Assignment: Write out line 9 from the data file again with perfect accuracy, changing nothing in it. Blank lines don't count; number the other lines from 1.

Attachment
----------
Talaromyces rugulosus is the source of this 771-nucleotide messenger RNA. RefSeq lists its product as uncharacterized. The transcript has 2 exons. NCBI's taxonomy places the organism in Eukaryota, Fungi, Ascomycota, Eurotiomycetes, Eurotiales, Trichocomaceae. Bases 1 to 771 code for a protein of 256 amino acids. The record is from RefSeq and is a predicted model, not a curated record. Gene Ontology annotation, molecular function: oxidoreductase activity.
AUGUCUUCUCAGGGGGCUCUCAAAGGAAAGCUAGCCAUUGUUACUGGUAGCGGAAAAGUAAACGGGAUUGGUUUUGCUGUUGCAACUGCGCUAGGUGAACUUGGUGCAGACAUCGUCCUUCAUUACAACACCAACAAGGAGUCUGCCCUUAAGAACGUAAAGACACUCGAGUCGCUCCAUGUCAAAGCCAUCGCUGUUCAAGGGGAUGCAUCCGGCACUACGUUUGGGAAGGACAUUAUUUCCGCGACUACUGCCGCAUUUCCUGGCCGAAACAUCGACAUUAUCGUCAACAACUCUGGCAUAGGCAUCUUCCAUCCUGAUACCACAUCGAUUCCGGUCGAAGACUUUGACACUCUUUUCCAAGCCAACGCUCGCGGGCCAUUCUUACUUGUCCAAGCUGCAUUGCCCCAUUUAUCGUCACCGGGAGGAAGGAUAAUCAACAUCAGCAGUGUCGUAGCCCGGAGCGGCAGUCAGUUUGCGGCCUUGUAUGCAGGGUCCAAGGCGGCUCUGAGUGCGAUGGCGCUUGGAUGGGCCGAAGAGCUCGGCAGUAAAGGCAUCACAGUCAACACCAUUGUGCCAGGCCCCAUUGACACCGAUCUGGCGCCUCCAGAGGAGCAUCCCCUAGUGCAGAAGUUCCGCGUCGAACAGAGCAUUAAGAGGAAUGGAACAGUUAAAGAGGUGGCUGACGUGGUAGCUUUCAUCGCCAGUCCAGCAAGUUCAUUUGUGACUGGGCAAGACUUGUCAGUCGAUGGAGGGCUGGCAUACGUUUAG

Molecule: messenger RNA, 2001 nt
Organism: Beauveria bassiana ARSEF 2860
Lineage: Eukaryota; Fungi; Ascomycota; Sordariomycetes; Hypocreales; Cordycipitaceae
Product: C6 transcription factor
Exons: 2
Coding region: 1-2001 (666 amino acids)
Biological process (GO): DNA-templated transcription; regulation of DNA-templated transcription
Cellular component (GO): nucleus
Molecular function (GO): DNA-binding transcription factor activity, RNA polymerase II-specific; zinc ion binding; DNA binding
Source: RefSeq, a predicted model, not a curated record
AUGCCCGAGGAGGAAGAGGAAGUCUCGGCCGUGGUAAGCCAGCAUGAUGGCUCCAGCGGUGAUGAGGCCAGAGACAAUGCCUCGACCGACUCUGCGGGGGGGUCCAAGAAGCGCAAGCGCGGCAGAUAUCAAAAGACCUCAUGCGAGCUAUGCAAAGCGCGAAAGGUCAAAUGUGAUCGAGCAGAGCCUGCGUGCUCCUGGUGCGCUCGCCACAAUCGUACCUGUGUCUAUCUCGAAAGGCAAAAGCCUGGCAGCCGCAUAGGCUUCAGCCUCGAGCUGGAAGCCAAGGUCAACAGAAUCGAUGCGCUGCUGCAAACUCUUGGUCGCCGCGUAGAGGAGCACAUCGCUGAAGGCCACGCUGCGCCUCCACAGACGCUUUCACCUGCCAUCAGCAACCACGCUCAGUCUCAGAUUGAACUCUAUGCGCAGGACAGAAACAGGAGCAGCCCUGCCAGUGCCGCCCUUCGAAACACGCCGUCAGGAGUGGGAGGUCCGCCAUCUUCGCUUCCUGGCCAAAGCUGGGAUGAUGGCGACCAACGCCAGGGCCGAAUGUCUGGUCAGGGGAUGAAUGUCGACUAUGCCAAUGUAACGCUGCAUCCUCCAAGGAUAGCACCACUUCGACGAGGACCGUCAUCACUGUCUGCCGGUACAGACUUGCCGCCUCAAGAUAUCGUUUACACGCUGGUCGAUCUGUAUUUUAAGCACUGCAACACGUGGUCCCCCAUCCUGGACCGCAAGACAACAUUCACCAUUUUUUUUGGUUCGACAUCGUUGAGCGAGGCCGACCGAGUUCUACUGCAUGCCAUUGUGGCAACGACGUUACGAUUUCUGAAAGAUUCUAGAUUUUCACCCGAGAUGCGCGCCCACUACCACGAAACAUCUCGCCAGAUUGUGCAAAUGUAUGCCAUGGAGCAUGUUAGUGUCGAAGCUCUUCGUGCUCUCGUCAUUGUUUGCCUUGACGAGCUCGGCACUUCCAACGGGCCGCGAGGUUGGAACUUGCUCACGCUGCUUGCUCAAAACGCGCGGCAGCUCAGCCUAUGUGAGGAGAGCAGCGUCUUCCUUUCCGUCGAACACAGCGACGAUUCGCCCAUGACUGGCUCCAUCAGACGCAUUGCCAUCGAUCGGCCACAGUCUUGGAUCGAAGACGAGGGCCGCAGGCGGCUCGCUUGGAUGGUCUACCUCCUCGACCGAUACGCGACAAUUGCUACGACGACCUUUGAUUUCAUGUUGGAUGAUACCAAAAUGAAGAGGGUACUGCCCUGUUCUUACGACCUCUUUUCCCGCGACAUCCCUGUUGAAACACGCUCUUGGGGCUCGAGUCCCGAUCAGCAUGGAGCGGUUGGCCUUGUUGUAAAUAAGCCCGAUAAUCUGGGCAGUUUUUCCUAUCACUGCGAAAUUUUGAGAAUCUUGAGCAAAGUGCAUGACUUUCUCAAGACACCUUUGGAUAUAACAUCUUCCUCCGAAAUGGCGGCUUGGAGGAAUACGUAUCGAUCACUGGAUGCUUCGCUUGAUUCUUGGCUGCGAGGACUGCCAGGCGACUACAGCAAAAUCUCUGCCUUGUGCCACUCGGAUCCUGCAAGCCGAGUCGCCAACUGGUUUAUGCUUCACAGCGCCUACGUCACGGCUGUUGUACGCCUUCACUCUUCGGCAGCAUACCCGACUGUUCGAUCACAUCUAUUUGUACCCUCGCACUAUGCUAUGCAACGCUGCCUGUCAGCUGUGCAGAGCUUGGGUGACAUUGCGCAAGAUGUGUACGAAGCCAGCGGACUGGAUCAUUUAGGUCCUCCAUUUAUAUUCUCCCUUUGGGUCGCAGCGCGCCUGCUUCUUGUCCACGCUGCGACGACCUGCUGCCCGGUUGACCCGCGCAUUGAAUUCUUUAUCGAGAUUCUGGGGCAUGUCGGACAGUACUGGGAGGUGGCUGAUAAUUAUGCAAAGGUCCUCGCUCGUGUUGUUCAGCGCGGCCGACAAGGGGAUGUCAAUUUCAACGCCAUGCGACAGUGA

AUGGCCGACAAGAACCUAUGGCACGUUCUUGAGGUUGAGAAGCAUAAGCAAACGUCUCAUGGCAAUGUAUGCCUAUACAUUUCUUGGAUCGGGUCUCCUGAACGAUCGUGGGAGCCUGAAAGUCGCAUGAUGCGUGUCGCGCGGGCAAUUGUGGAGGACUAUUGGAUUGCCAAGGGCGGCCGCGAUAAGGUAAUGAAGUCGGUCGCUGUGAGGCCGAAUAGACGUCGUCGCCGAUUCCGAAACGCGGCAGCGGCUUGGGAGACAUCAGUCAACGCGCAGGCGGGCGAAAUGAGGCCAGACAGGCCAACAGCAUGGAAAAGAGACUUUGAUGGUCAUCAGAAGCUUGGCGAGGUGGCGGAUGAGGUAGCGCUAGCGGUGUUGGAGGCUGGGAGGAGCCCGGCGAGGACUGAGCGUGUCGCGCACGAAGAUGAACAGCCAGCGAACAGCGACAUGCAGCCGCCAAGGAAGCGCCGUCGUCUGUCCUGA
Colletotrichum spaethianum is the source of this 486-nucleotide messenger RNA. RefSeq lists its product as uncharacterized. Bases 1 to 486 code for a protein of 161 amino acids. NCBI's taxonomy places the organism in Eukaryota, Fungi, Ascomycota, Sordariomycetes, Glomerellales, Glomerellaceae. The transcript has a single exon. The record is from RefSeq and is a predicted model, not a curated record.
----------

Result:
Biological process (GO): DNA-templated transcription; regulation of DNA-templated transcription